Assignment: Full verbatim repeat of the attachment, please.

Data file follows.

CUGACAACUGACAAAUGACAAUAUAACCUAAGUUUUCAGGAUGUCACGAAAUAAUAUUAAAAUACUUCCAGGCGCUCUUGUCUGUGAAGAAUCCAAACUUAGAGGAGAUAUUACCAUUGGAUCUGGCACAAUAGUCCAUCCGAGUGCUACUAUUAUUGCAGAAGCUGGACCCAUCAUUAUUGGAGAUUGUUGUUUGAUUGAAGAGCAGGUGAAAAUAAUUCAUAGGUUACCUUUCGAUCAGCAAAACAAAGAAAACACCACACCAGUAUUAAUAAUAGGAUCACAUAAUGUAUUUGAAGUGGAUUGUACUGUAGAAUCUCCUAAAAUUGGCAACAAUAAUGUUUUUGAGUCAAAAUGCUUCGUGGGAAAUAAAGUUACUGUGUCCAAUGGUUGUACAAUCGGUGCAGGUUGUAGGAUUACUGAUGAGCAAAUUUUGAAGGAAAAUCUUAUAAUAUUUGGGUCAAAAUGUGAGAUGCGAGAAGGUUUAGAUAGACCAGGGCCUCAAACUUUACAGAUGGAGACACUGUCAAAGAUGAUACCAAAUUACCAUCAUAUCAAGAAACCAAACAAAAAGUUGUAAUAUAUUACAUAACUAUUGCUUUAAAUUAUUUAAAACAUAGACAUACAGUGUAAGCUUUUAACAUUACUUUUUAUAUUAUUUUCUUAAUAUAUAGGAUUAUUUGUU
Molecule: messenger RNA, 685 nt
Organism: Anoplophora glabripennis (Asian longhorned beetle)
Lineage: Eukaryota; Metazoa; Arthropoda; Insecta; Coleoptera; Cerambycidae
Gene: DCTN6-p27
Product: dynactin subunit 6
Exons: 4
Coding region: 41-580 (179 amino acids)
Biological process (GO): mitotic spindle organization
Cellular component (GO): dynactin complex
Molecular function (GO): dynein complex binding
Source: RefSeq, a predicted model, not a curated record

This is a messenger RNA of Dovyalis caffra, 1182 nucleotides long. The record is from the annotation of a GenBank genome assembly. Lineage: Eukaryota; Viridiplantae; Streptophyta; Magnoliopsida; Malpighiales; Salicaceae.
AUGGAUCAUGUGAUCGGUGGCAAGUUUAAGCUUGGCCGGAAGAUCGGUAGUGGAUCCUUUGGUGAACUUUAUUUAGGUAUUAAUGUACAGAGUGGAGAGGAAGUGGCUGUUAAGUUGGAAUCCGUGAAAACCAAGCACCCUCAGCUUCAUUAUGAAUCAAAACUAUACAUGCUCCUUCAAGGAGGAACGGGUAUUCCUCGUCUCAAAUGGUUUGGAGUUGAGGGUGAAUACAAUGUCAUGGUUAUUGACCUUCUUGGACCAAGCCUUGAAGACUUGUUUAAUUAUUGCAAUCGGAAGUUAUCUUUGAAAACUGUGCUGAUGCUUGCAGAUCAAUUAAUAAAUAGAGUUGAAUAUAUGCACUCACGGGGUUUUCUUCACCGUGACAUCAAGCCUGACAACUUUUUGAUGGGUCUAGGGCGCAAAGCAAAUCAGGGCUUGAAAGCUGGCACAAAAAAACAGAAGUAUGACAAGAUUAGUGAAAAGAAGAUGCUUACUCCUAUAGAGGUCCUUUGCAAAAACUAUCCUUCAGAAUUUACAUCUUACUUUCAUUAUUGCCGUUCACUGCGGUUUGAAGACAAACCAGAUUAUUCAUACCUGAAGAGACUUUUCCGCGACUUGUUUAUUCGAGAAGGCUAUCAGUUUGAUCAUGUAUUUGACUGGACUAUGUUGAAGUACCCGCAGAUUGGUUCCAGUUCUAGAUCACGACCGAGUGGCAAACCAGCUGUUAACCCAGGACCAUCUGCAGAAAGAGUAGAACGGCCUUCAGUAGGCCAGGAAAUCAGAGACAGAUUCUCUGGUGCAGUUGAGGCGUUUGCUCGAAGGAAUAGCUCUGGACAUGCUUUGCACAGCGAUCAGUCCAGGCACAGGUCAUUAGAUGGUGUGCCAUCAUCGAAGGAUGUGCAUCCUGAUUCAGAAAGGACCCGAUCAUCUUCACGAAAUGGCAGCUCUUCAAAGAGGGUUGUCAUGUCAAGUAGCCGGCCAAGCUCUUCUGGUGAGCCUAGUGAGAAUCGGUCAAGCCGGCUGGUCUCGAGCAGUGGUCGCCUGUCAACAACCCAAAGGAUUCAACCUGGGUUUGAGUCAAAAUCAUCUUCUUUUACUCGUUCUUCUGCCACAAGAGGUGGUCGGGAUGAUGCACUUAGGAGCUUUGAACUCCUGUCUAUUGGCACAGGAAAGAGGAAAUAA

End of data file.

CUGACAACUGACAAAUGACAAUAUAACCUAAGUUUUCAGGAUGUCACGAAAUAAUAUUAAAAUACUUCCAGGCGCUCUUGUCUGUGAAGAAUCCAAACUUAGAGGAGAUAUUACCAUUGGAUCUGGCACAAUAGUCCAUCCGAGUGCUACUAUUAUUGCAGAAGCUGGACCCAUCAUUAUUGGAGAUUGUUGUUUGAUUGAAGAGCAGGUGAAAAUAAUUCAUAGGUUACCUUUCGAUCAGCAAAACAAAGAAAACACCACACCAGUAUUAAUAAUAGGAUCACAUAAUGUAUUUGAAGUGGAUUGUACUGUAGAAUCUCCUAAAAUUGGCAACAAUAAUGUUUUUGAGUCAAAAUGCUUCGUGGGAAAUAAAGUUACUGUGUCCAAUGGUUGUACAAUCGGUGCAGGUUGUAGGAUUACUGAUGAGCAAAUUUUGAAGGAAAAUCUUAUAAUAUUUGGGUCAAAAUGUGAGAUGCGAGAAGGUUUAGAUAGACCAGGGCCUCAAACUUUACAGAUGGAGACACUGUCAAAGAUGAUACCAAAUUACCAUCAUAUCAAGAAACCAAACAAAAAGUUGUAAUAUAUUACAUAACUAUUGCUUUAAAUUAUUUAAAACAUAGACAUACAGUGUAAGCUUUUAACAUUACUUUUUAUAUUAUUUUCUUAAUAUAUAGGAUUAUUUGUU
Molecule: messenger RNA, 685 nt
Organism: Anoplophora glabripennis (Asian longhorned beetle)
Lineage: Eukaryota; Metazoa; Arthropoda; Insecta; Coleoptera; Cerambycidae
Gene: DCTN6-p27
Product: dynactin subunit 6
Exons: 4
Coding region: 41-580 (179 amino acids)
Biological process (GO): mitotic spindle organization
Cellular component (GO): dynactin complex
Molecular function (GO): dynein complex binding
Source: RefSeq, a predicted model, not a curated record

This is a messenger RNA of Dovyalis caffra, 1182 nucleotides long. The record is from the annotation of a GenBank genome assembly. Lineage: Eukaryota; Viridiplantae; Streptophyta; Magnoliopsida; Malpighiales; Salicaceae.
AUGGAUCAUGUGAUCGGUGGCAAGUUUAAGCUUGGCCGGAAGAUCGGUAGUGGAUCCUUUGGUGAACUUUAUUUAGGUAUUAAUGUACAGAGUGGAGAGGAAGUGGCUGUUAAGUUGGAAUCCGUGAAAACCAAGCACCCUCAGCUUCAUUAUGAAUCAAAACUAUACAUGCUCCUUCAAGGAGGAACGGGUAUUCCUCGUCUCAAAUGGUUUGGAGUUGAGGGUGAAUACAAUGUCAUGGUUAUUGACCUUCUUGGACCAAGCCUUGAAGACUUGUUUAAUUAUUGCAAUCGGAAGUUAUCUUUGAAAACUGUGCUGAUGCUUGCAGAUCAAUUAAUAAAUAGAGUUGAAUAUAUGCACUCACGGGGUUUUCUUCACCGUGACAUCAAGCCUGACAACUUUUUGAUGGGUCUAGGGCGCAAAGCAAAUCAGGGCUUGAAAGCUGGCACAAAAAAACAGAAGUAUGACAAGAUUAGUGAAAAGAAGAUGCUUACUCCUAUAGAGGUCCUUUGCAAAAACUAUCCUUCAGAAUUUACAUCUUACUUUCAUUAUUGCCGUUCACUGCGGUUUGAAGACAAACCAGAUUAUUCAUACCUGAAGAGACUUUUCCGCGACUUGUUUAUUCGAGAAGGCUAUCAGUUUGAUCAUGUAUUUGACUGGACUAUGUUGAAGUACCCGCAGAUUGGUUCCAGUUCUAGAUCACGACCGAGUGGCAAACCAGCUGUUAACCCAGGACCAUCUGCAGAAAGAGUAGAACGGCCUUCAGUAGGCCAGGAAAUCAGAGACAGAUUCUCUGGUGCAGUUGAGGCGUUUGCUCGAAGGAAUAGCUCUGGACAUGCUUUGCACAGCGAUCAGUCCAGGCACAGGUCAUUAGAUGGUGUGCCAUCAUCGAAGGAUGUGCAUCCUGAUUCAGAAAGGACCCGAUCAUCUUCACGAAAUGGCAGCUCUUCAAAGAGGGUUGUCAUGUCAAGUAGCCGGCCAAGCUCUUCUGGUGAGCCUAGUGAGAAUCGGUCAAGCCGGCUGGUCUCGAGCAGUGGUCGCCUGUCAACAACCCAAAGGAUUCAACCUGGGUUUGAGUCAAAAUCAUCUUCUUUUACUCGUUCUUCUGCCACAAGAGGUGGUCGGGAUGAUGCACUUAGGAGCUUUGAACUCCUGUCUAUUGGCACAGGAAAGAGGAAAUAA